So a lot of the queer people experienced a lot of fear. In their relationships, because it wasn't socially accepted. Also, that kind of has a specific social impact on your relationships. But also, if you don't know anyone who's gay, for example, and I don't think that you don't, I'm assuming that you do, obviously. But like imagine being a person who doesn't know anyone else who's gay. There is a a lot of pressure and a lot of fear in situations where you have no cultural script.

And I say this because you don't have a cultural script for non-monogamy. So that is going to in and of itself, even if you didn't have any fear when your partner was with somebody else, like it is a situation which will cause you anxiety, regardless of feelings about anything else. But specifically in this situation, you're dating to people who have a history together, and it doesn't sound like you've really talked about how you fit into either of their lives. What they want, because just because you're all non-monogamous doesn't make you compatible.

It doesn't mean that you want the same things in life just like two people being monogamous — one person could want to have a family one person could want to travel. Being non monogamous in and of itself doesn't necessarily mean that you're all compatible. So you're going into this situation with no real idea of what's going to happen and like, obviously, we all make plans. Some of us kind of have more of an idea of where we want to be in 10 years than other people do.

I'm not saying that. Both of these guys have to have a 10 year plan for you to feel safe, but having some idea of what is non-monogamy to them? Why are they non monogamous? What's their history? How do you fit into the life? Are they planning a life together? Like all of this can help reinforce like your position within like their relationship, your position in their lives, which can help you feel a little bit more secure and stable, and maybe might help address some of that anxiety.

Another thing that you don't really talk about in your letter is do you have scheduled time? So a lot of people— even in monogamy, people don't really schedule time with their partners and sometimes, especially if you live together, I don't know if you live with either of them. But especially if you live together, it can sometimes feel like you're even more unlikely to schedule specific time with people because you live together so you think that you're always hanging out and therefore you don't need that but actually it sounds like you have — like you game with one of them.

But do you have specific scheduled time with both of them? Like altogether all three and with each of them as individuals? Sometimes that can really really help. Just because it gives you a time when “Okay, I have my time with this person. This is their time.” Like some of that can make it just feel a little bit more stable. And you know, you may not be planners, I'm a super planner person. So I kind of liked that sort of thing.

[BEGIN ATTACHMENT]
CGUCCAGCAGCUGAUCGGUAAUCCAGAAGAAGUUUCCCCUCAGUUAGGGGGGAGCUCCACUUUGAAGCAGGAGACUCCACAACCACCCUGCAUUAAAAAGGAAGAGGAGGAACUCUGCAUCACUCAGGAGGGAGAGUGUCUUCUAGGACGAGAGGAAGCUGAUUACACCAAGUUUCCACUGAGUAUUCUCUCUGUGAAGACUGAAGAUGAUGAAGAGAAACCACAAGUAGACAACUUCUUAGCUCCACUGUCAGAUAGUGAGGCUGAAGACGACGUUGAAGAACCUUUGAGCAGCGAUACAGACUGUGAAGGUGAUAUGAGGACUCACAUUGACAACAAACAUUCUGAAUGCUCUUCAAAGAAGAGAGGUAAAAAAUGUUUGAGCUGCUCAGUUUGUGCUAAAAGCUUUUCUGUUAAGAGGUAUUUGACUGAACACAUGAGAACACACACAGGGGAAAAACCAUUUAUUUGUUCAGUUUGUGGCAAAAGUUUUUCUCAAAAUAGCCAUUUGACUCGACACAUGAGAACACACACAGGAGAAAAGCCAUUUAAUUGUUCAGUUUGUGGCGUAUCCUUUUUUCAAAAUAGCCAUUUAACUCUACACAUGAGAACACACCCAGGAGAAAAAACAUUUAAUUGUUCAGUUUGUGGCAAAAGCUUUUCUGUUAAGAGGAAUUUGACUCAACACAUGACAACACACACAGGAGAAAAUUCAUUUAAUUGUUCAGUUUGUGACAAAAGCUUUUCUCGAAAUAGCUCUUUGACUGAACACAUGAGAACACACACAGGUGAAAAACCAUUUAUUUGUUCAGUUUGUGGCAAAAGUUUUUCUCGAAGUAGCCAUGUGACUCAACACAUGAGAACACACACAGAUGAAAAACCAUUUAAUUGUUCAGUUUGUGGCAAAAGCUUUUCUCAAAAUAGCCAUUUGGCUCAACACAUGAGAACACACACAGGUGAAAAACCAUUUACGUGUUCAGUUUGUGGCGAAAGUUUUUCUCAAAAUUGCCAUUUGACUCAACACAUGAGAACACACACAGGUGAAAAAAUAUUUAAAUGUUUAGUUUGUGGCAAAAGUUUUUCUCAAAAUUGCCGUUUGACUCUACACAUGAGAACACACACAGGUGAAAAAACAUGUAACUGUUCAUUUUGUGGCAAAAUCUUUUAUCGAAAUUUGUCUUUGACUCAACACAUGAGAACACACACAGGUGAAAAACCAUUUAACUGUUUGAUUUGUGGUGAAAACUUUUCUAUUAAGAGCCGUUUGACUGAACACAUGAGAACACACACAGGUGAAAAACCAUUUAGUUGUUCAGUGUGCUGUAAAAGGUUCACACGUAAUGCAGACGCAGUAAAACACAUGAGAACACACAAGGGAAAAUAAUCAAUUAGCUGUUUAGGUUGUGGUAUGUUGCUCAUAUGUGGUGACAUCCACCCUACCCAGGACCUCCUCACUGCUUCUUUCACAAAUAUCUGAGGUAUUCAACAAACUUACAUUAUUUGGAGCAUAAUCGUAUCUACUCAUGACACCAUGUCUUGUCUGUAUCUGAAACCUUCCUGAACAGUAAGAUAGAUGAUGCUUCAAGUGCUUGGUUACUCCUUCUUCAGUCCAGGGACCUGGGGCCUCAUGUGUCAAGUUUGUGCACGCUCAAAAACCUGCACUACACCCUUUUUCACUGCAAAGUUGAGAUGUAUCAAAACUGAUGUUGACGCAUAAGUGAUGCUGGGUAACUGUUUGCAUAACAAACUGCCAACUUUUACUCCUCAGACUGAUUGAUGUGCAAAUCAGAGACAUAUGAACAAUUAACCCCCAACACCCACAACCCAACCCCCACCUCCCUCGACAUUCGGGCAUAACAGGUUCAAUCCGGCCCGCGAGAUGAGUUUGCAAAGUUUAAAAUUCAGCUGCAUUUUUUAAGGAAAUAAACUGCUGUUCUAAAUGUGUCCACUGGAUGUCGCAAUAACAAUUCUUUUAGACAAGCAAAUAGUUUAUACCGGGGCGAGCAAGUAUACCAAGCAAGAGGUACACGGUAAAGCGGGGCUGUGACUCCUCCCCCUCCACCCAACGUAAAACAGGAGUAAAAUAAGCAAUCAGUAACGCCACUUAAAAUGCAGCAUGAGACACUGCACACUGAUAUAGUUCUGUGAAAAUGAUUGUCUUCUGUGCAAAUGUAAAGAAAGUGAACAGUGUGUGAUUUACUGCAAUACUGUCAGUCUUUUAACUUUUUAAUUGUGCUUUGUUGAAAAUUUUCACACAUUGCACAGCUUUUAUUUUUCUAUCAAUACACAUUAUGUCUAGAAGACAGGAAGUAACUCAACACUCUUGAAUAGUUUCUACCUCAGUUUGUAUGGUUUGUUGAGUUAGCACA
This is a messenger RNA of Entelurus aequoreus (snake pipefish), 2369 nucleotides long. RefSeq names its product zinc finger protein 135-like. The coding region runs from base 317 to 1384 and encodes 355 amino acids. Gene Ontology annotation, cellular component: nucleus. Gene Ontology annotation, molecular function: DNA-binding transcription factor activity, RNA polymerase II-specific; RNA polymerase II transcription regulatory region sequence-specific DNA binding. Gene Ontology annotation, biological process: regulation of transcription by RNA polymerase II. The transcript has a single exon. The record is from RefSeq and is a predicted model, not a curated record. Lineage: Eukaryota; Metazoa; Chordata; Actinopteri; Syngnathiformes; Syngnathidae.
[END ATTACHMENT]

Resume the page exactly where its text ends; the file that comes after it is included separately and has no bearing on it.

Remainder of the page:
And I understand if some people kind of feel like that takes away a mystery or whatnot. But I do think that it might be really, really helpful. Even if it's kind of, you know— it doesn't have to be a hardcore plan. It can be really flexible, but maybe see if there's a possibility of scheduling specific times with only them, specific times for all three of you to hang out, just to make sure that you're not actually— because there's so much unsaid in your letter.

It could be that you're feeling this way because they actually spend like 90% of their time with each other. But you actually only get to see one of them a little bit or the— so you know if you don't get enough time with either of them but they spend a lot of time together then it would make perfect sense that you would start to have anxiety every time they hang out because you're not getting that with them. And that would then might be jealousy because you want something that they have which is time with each other, but you're not getting it.

So are you getting time with both of them individually? Are you are you spending time together? See if there's some type of scheduling that can be done with time because sometimes that can also really help when it comes to managing anxiety. There's another part of this that I think would also help and that is really examining— instead of— a lot of times with people who have anxiety and I've done this too.

We have a really good tendency to turn the mirror on ourselves in terms of like examining ourselves in a really negative and kind of self attack-y way sometimes like “Why do I have this anxiety? Why am I like this? What's wrong with me?” But the thing that we often don't look at is “What am I telling myself and why?” in a more compassionate way. We don't actually have a curiosity about our own feelings. We have this sort of interrogating demanding thing about our own feelings.

When you said in your letter that you assumed that they— you said specifically that they hang out by themselves and don't seem to mind me not being there. And that's a really interesting thing to say because you don't know that they don't mind you not being there. Just because they don't call you while they're together and tell you to come over or ask you to come over doesn't mean that they don't mind you not being there.

So there's this aspect of you that's telling this story to yourself, that there's this risk, there's this fear that they will maybe get sick of you, that they like hanging out with each other more than they like hanging out with you. Be curious about the story that you're telling yourself be curious about why it is you're saying to the this to yourself — like how do you know like — there's a way to be curious and compassionate with yourself about this without being that intense investigator of like, “You shouldn't be feeling this way! Why you feel—“. Like it's more like, “Okay, that's interesting. I assume that they don't miss me. Why do I assume that? What is the logical conclusion of that fear? What am I trying to prevent?”